It's the new WWJD! --Eve Fairbanks
From Ken Blackwell, the former Ohio Secretary of State who's competing in the bitter, many-way race to become head of the Republican National Committee: BLACKWELL GAINS SUPPORT FROM GUAM Ken's support in the territories continues to grow and we are very confident that Ken is going to do very well among these crucial voters. He traveled to two territories in the past few weeks and has gained significant support from RNC Members.Today we are very happy to announce the support of the Governor of Guam and announce that he is working very hard to secure Guam's three votes for Ken Blackwell as well
Terry McAuliffe, fundraiser and Clinton pal extraordinaire, released his first TV ad in his bid to become governor of Virginia: I wrote about Terry's manic run for this week's magazine (his selling point: aptitude with chicken feces!), but one thing I didn't get into is the African-American-directed nature of his strategy. Perhaps fearful that Alexandria resident Brian Moran may siphon off support in vote-rich Northern Virginia, McAuliffe ran his kickoff radio ad for the hotly contested June Democratic primary on black stations in southern Virginia.
Another Kirsten Gillibrand factoid: Like Barack Obama, Gillibrand is an immensely talented politician who got her break thanks to the lucky accident of having a hot mess for an opponent. When Gillibrand jumped into her New York House race in late 2005, she was a real long shot to upset incumbent John Sweeney, thanks to the district's double-digit Republican registration edge. Other Republicans breezily called the district a "safe seat." But then Sweeney underwent, if not an A-tier political meltdown (Larry Craig, Vito Fossella), definitely a serious one.
New York guv David Paterson is set to name Kirsten Gillibrand, a second-term congresswoman from upstate New York, to replace Hillary in the Senate. At first blush, Gillibrand seems merely a perfect Caroline Kennedy replacement: A woman with cash, but without all that baggage! (Roll Call called Gillibrand in 2007 "the most effective fundraiser of the House freshman class. Score!) But the spunky Gillibrand has forged a strong political persona in just one term in the House. Here's ten things you probably didn't know about Chuck Schumer's next junior Senator: 1.
Take note of one certain passage in this morning's Post story on the return of Maverick McCain: The surest sign of McCain's return to his "maverick" ways came when he caught wind of an effort by Sen. John Cornyn (R-Tex.) to delay Clinton's confirmation vote by a day, pushing it from Tuesday to Wednesday because he was seeking greater disclosure about foreign donors to former president Bill Clinton's charitable foundation.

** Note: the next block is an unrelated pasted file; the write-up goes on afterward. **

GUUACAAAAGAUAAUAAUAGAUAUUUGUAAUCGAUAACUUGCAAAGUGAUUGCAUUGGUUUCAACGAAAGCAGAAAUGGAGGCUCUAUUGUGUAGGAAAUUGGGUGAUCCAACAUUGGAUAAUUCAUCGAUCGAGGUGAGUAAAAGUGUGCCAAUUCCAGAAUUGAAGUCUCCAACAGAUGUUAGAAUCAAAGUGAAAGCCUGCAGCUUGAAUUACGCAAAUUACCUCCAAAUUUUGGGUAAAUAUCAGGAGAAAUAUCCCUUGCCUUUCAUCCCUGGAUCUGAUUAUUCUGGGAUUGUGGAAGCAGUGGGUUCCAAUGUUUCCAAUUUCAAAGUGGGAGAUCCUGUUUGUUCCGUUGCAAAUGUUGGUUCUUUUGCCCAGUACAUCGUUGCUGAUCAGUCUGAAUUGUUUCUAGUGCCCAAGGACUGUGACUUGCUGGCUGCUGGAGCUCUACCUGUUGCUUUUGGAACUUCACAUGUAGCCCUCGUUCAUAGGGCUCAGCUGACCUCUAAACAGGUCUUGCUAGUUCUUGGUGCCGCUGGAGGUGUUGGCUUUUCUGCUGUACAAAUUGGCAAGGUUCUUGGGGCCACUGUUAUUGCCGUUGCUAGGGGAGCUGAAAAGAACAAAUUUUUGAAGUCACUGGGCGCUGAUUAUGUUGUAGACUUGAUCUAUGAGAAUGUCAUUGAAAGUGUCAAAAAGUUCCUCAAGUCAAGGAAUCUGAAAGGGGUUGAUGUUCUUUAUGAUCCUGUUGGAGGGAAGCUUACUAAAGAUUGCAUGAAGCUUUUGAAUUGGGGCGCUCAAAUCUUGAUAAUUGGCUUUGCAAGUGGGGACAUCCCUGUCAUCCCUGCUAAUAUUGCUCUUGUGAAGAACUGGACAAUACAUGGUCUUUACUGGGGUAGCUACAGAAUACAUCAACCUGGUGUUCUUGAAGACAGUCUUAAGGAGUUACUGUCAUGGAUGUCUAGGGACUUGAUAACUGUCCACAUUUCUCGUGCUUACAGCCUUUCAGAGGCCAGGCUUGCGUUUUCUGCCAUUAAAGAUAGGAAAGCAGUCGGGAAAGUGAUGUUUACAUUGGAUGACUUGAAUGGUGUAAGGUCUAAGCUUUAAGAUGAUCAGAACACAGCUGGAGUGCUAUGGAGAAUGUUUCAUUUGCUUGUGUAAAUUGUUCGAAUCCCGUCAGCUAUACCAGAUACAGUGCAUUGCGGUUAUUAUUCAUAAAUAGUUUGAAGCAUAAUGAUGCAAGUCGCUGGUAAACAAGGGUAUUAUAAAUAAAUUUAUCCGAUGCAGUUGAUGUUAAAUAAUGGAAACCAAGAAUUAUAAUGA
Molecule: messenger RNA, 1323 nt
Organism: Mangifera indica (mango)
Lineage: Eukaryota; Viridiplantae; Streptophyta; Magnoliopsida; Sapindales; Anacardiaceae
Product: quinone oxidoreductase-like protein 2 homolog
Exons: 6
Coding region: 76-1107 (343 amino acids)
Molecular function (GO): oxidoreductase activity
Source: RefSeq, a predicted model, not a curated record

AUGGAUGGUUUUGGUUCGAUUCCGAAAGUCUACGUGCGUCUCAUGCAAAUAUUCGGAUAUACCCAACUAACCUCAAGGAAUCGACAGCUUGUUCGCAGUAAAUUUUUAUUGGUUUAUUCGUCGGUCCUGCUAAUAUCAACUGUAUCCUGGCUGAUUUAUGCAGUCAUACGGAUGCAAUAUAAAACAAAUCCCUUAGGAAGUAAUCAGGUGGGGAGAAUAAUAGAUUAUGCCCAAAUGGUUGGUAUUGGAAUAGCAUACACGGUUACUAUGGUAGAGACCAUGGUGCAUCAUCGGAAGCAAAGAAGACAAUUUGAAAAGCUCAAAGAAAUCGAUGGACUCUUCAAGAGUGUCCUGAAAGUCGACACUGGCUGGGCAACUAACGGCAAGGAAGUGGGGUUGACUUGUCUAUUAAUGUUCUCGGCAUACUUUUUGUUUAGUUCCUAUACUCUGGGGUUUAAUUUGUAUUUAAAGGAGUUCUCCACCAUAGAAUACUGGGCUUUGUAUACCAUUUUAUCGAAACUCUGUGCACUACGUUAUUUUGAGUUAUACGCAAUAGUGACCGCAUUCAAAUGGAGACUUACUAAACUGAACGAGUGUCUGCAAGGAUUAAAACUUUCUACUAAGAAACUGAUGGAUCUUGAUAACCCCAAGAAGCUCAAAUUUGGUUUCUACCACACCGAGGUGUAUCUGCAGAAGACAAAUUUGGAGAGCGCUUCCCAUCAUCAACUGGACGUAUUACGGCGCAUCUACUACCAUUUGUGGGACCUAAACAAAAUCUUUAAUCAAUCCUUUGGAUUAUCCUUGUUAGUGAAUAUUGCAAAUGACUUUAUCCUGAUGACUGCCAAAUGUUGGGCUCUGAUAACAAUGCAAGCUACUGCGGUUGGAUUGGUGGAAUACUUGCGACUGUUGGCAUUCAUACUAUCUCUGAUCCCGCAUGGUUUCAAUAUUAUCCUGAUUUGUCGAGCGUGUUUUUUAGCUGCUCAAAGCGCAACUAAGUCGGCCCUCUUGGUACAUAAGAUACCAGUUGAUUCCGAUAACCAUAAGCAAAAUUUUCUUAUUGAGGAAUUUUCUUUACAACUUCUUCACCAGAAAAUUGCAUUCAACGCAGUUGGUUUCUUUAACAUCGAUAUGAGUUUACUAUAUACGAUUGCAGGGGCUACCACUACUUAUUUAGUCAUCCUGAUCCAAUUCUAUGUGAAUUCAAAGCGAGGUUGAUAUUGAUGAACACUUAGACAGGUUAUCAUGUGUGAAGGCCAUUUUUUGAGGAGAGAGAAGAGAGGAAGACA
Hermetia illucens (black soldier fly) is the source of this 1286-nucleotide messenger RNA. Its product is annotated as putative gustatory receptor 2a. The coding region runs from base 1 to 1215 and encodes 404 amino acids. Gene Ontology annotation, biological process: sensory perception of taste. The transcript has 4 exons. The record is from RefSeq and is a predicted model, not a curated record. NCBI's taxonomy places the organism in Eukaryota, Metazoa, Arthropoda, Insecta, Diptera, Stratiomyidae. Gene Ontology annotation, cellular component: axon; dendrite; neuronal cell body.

"Former French President Chirac Hospitalized After Mauling by his Clinically Depressed Poodle" --Eve Fairbanks
I was totally fascinated that Obama chose George Washington as the touchstone American-history figure in his inaugural. This was not an obvious choice. Lincoln, FDR, or even MLK would have been. But ol' sterile, ancient, powder-wigged, pink-cheeked George -- who's ever thought of him past fifth-grade history class, or perhaps fleetingly, when you look at a quarter?
I want to dissent a bit from John's intelligent critique of Barack Obama's first inaugural. John, you write: Is Obama facing partisan warfare? Is Washington deeply divided? It may become so, but the evidence of the last month does not suggest that this is a critical problem. Huh? The evidence of the last couple of years have suggested this is a terrible problem. I got at this in a recent piece on the House conservatives; they are predisposed to view Obama and Democrats in general -- even the Blue Dogs -- with deep suspicion and animosity. And the feeling goes both ways.
What made Joseph Lowery's benediction so awesome? There was that funny, hip ending, obviously. ("When yellow will be mellow, when the red man can get ahead, man ...") But Lowery's benediction had what Rick Warren's earnest invocation, Barack Obama's powerful address, and Elizabeth Alexander's limping poem all to some degree lacked: rhythm.